Prerau's book is packed with information, some of which certainly surprised me. I'd had no idea, for example, that it was standard as late as the 19th century for communities to determine their time locally, so that the time from town to town would vary by minutes depending on how the communities were situated from one another longitudinally.
"As long as travel and communications were relatively slow, it didn't much matter that, for instance, in the United States when it was 12:00 noon in Chicago it was 12:31 in Pittsburgh, 12:24 in Cleveland, 12:17 in Toledo, 12:13 in Cincinnati, 12:09 in Louisville, 12:07 in Indianapolis, 11:50 in St. Louis, 11:48 in Dubuque, 11:39 in St. Paul, and 11:27 in Omaha. The relaxed pace of travel, the lack of instant communications, the inherent inaccuracy of contemporary clocks, and the less frantic pace of life all made minor time variations unimportant."
What a strange world our great-grandparents inhabited.
Prerau sometimes errs on the side of including too many details in his book, but for the most part the story he tells is fascinating, and the book well written. Seize the Daylight is a nice example of a type of book that I particularly enjoy, one that is as informative as it is interesting to read, one that sheds light on a convention or invention that quietly informs our daily lives but which few of us bother to investigate on our own. Seize the Daylight definitely rewards the reading.
Debra Hamel -- author of Trying Neaira: The True Story of a Courtesan's Scandalous Life in Ancient Greece (Yale University Press, 2003)
It was a fast read and I recommend it to anyone who is involved in DST.
The second thing I learned is that virtually all the arguments advanced even today against DST were already put forward when the idea was first seriously proposed in the early 20th century. I must say that the author is so fair that after reading this book, which is pro DST, I have more respect for the contra arguments. The dairy farmers do have a legitimate beef, if you will pardon the expression.
Robert Frost, before he had any success as a poet, tried to make a living as a farmer in New England. By all accounts, he was not very good at it. Late at night, after the rest of the family had gone to bed, he would stay up late, composing poems on the kitchen table, going out to observe the starry sky when he got stuck. As a result, he got up late in the morning. Sometimes he didn’t milk the cows until noon. He’s supposed to have said, “The cows got used to it quicker than the neighbors did.”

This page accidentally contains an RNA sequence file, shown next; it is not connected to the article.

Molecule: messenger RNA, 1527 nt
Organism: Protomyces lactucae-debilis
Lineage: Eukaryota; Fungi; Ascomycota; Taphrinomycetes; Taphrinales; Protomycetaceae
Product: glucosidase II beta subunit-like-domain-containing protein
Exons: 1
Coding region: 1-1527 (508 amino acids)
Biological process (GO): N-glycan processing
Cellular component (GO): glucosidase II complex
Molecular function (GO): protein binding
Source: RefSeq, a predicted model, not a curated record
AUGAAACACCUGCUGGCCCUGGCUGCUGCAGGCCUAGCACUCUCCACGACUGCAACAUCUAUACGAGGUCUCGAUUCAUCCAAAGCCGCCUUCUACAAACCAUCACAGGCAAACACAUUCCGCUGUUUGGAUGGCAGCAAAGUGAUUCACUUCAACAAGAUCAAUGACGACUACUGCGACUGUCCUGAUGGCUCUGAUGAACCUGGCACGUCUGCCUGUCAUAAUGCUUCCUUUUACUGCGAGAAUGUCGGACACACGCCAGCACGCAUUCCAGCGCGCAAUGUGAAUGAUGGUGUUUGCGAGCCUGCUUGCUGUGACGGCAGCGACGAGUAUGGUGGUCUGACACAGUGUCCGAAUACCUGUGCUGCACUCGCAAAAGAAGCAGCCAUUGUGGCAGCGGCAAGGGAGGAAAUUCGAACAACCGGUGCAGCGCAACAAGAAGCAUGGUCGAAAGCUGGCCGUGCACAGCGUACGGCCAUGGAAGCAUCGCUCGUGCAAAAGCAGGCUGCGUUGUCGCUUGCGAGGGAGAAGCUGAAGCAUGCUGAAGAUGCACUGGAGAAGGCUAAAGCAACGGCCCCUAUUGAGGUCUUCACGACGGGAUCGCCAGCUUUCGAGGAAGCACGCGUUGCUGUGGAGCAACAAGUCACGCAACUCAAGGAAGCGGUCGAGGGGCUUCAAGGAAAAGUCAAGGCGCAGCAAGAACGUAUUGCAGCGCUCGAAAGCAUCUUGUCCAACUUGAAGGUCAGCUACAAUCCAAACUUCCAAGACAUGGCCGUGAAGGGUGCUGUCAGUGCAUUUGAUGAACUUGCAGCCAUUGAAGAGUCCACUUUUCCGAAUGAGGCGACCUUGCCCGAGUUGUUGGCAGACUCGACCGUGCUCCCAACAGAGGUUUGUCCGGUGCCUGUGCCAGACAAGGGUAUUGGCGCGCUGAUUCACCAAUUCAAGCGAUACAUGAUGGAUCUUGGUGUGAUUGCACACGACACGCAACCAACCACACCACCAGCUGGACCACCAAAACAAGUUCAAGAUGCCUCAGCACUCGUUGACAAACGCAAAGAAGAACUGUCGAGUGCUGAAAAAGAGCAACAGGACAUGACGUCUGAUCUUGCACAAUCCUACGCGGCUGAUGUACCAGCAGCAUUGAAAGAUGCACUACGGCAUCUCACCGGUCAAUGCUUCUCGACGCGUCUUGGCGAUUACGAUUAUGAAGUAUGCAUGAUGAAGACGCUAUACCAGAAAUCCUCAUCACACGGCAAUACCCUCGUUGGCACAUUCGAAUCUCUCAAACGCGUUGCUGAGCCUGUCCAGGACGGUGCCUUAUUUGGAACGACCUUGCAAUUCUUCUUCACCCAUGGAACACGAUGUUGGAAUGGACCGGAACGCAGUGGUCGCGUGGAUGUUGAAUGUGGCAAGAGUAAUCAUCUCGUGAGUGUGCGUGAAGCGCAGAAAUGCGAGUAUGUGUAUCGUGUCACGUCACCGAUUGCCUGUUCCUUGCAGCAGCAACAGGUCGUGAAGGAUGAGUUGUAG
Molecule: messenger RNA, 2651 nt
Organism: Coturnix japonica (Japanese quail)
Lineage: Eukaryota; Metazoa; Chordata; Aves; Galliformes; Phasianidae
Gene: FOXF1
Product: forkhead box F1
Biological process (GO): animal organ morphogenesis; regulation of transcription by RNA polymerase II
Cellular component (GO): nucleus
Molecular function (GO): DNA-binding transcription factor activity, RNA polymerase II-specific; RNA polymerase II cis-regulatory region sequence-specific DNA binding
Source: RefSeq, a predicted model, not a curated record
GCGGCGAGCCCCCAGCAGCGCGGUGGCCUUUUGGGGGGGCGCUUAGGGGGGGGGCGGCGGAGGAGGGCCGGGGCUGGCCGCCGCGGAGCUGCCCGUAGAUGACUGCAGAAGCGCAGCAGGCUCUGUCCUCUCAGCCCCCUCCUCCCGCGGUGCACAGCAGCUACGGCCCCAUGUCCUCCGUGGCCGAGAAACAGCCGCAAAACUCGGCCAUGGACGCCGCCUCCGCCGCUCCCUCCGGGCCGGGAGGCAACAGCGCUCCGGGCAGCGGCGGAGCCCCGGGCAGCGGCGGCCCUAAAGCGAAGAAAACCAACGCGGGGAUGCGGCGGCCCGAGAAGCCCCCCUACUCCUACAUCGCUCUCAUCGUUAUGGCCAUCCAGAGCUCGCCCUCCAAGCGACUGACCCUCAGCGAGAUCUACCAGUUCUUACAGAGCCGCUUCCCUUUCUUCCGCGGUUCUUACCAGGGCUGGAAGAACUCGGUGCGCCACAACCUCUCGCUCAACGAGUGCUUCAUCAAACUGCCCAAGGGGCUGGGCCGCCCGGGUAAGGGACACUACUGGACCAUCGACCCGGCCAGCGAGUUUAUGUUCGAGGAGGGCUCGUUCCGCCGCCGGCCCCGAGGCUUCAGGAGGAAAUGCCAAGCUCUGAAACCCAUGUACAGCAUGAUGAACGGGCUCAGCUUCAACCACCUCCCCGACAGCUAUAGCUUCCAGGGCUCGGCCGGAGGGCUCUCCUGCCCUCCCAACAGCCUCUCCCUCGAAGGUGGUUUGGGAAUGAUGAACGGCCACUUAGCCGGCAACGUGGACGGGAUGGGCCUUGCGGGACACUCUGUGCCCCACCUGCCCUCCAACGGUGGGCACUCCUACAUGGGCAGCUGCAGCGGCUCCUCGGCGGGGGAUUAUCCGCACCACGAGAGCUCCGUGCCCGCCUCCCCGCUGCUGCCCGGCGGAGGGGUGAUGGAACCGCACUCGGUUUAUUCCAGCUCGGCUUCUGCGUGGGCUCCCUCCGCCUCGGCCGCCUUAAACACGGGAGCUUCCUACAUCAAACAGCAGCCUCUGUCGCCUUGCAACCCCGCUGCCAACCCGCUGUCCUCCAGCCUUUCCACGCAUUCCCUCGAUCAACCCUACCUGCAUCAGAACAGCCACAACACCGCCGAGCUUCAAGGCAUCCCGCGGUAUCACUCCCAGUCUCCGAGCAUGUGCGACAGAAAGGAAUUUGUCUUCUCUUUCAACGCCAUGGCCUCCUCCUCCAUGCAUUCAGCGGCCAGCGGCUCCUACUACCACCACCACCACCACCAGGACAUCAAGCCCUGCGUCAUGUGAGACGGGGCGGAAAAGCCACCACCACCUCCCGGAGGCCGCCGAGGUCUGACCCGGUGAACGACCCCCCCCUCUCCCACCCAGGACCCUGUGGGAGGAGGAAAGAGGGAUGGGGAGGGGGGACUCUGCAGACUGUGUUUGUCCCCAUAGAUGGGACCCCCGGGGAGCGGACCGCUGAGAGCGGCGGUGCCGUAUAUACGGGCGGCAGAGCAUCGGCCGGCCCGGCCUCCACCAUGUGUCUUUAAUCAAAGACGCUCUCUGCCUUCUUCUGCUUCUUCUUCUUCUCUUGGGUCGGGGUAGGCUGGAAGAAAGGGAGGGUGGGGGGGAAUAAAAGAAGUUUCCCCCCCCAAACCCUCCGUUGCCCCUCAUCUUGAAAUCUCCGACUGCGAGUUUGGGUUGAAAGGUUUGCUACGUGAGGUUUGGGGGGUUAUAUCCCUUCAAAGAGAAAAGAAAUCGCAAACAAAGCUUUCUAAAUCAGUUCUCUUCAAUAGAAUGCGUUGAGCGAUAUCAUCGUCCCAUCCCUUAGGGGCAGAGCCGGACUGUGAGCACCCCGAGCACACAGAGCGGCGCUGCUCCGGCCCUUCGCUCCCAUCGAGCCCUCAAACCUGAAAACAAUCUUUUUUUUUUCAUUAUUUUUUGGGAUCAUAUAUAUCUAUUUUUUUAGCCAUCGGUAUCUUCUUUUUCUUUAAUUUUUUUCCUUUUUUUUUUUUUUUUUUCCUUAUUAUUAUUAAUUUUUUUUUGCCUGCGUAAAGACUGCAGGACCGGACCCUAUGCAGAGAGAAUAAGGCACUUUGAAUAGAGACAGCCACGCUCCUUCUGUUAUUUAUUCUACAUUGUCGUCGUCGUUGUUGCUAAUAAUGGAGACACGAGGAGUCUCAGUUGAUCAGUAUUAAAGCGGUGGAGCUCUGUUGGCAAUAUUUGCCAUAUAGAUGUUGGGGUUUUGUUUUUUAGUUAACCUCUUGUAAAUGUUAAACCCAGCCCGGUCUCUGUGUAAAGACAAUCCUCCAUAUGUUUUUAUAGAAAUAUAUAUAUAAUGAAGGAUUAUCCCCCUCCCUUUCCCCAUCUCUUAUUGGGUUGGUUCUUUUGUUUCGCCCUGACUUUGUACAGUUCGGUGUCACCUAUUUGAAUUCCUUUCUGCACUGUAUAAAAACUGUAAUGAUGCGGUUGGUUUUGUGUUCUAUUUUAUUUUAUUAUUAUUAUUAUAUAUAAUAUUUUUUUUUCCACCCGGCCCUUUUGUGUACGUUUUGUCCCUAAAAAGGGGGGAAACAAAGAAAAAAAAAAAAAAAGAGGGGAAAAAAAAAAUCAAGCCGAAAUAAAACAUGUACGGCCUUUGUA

And that’s been pretty much my attitude to those who oppose DSL and almost invariably mention “the cows.” It may not accord with ancient tradition, and it may not make sense at all places and all times (countries near the equator have little need for it), but for the most part, it is eminently practical. As Winston Churchill said long ago, DSL is not a change “from natural time to artificial time.” Rather, it substitutes “a convenient standard of artificial time for an inconvenient standard of artificial time.” Few people are inconvenienced by DSL for more than a day, if that.
Here in Russia it was President Medvedev who mentioned cows when he arbitrarily reduced the number of time zones (from eleven to nine) and changed the entire country to year-round summer time back in 2011. To critics who say, “If DST is such a good idea, let’s move the time zones one hour forward and then leave them there rather than shift back and forth twice a year,” all I can say is: I’m living in a land that does precisely that, and in these northern latitudes it’s nothing but misery during the winter. In December and January it doesn’t get light until 10 in the morning. I’m not talking about sunrise – it’s often so cloudy here you don’t see the sun for weeks at a time – I’m talking about a whiter shade of pale.
But not to worry – we have another president now who’s made it his mission, it sometimes seems, to undo everything his predecessor did – with the exception, so far, of the time change. Rumor has it that after the Winter Olympics are over, the Russian Federation will adjust the clocks once again – to year-round Winter Time! Brilliant. Then it will be the summer months that are unbearable, with light in the sky at 4 a.m.
The most uplifting part of Prerau’s book is the detailed discussion of how democratic societies (most of his examples being taken from the US and the UK) have argued, sometimes at agonizing length, about this matter from the very beginning. William Willett, the first champion of DSL, originally suggested having eight changes of the clock per year – four in the spring, four in the fall. It was the process of open public discussion – not the whim of the head of state – that led to the situation of compromise and consensus that now obtains in the US, where for example some western parts of Indiana choose to live in a different time zone than the rest of the Hoosier state and everyone is okay with that.
Except maybe for some cows.
This is an excellent book for the student and researcher, but also well-written for the casual reader who is just curious about how we ended up being "in time" with everyone else.